From Volume 77, Number 4 (May 2004)
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On February 19, 2003, a court in Hamburg, Germany convicted Moroccan national Mounir Motassadeq of over 3000 counts of accessory to murder in connection with the attacks of September 11, 2001. Motassadeq stood accused of being a member of the Hamburg terrorist cell that plotted and executed the hijacking of U.S. aircraft and subsequent attacks on the World Trade Center and Pentagon. He was convicted in a Hamburg higher regional court and sentenced to the maximum term of fifteen years in prison. Motassadeq’s was the first conviction related to the September 11 attacks in any jurisdiction.

On March 4, 2004, a German appellate court vacated this conviction and ordered a new trial after Motassadeq’s lawyers successfully argued that the U.S. government withheld potentially exculpatory evidence during the first trial. In citing the failure of the United States to cooperate with the German courts, Judge Klaus Tolksdorf, presiding judge of the five-judge panel, stated that “‘under the German law, all available evidence must be made available . . . [and] the justice system could not bend to accommodate security concerns stemming from international efforts to fight terrorism. . . . [T]he fight against terrorism cannot be a wild, unjust war.’”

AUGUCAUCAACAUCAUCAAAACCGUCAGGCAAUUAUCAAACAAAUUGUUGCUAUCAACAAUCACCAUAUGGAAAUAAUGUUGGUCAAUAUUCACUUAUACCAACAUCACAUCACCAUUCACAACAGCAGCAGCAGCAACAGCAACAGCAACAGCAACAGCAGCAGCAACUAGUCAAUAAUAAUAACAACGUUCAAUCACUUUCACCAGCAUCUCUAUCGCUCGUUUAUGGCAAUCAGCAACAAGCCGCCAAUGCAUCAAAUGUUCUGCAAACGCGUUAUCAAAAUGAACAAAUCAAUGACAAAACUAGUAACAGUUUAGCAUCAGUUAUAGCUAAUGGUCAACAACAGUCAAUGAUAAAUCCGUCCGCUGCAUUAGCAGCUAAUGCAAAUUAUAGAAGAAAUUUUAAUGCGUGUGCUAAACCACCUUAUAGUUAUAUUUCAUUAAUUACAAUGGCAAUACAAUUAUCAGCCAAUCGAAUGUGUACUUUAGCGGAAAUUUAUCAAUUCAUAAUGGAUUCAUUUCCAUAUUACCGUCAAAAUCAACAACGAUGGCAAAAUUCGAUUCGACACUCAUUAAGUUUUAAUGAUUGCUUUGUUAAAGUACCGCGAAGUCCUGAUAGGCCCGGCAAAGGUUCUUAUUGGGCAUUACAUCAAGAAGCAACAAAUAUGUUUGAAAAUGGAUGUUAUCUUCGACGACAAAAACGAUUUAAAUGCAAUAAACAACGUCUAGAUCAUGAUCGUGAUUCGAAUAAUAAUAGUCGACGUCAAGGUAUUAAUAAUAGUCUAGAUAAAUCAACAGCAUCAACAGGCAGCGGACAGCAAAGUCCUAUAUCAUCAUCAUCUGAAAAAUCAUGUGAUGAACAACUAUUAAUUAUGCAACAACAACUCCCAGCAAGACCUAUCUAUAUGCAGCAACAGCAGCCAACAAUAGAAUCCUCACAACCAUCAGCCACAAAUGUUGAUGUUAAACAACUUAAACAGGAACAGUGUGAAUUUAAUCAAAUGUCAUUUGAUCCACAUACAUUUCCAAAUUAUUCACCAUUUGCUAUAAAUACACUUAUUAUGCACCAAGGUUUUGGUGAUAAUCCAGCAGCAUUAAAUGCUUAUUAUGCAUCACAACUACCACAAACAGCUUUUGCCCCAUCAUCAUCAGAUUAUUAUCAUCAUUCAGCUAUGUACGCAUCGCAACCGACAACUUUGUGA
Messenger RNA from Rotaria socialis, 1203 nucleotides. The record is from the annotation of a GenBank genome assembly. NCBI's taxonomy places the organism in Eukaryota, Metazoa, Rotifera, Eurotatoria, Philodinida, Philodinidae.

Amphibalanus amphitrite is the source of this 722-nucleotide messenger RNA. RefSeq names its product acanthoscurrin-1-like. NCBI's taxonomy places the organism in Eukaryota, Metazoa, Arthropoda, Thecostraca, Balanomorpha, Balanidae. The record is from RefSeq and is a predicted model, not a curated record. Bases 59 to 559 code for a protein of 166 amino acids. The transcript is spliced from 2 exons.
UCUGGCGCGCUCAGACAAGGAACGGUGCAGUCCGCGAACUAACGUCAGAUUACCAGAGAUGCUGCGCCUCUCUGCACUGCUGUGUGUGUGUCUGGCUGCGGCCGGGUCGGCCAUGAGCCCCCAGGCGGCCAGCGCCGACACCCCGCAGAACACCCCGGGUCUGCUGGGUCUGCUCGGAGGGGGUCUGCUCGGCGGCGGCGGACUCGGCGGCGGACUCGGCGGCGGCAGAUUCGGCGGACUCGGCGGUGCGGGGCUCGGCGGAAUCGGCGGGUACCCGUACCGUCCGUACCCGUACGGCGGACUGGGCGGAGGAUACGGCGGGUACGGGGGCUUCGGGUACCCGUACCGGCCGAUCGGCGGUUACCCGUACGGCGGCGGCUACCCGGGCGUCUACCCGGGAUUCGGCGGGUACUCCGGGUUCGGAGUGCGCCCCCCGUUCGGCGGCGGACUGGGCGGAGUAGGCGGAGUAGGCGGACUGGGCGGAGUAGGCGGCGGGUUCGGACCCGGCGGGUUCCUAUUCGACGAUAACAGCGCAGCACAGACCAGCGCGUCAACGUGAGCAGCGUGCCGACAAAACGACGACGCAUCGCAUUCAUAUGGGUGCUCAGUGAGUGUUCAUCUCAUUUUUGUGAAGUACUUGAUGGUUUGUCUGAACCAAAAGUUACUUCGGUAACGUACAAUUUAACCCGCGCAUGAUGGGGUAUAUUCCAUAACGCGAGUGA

Given that the murders took place on American soil and that the vast majority of victims were American citizens, it may come as a surprise to the American public that their government did not attempt to extradite Motassadeq so that he could face trial in U.S. courts. After all, the United States has held Zacharias Moussaoui since prior to September 11 and charged him with six counts of conspiracy in the aftermath of the attacks. President George Bush himself promised “to pursue the terrorists in cities and camps and caves across the earth.” The United States was willing to pursue regime change in Afghanistan and indefinitely detain al-Qaida suspects in Cuba, and it would stand to reason that the United States would seek custody of anyone who was suspected of aiding the perpetrators of September 11.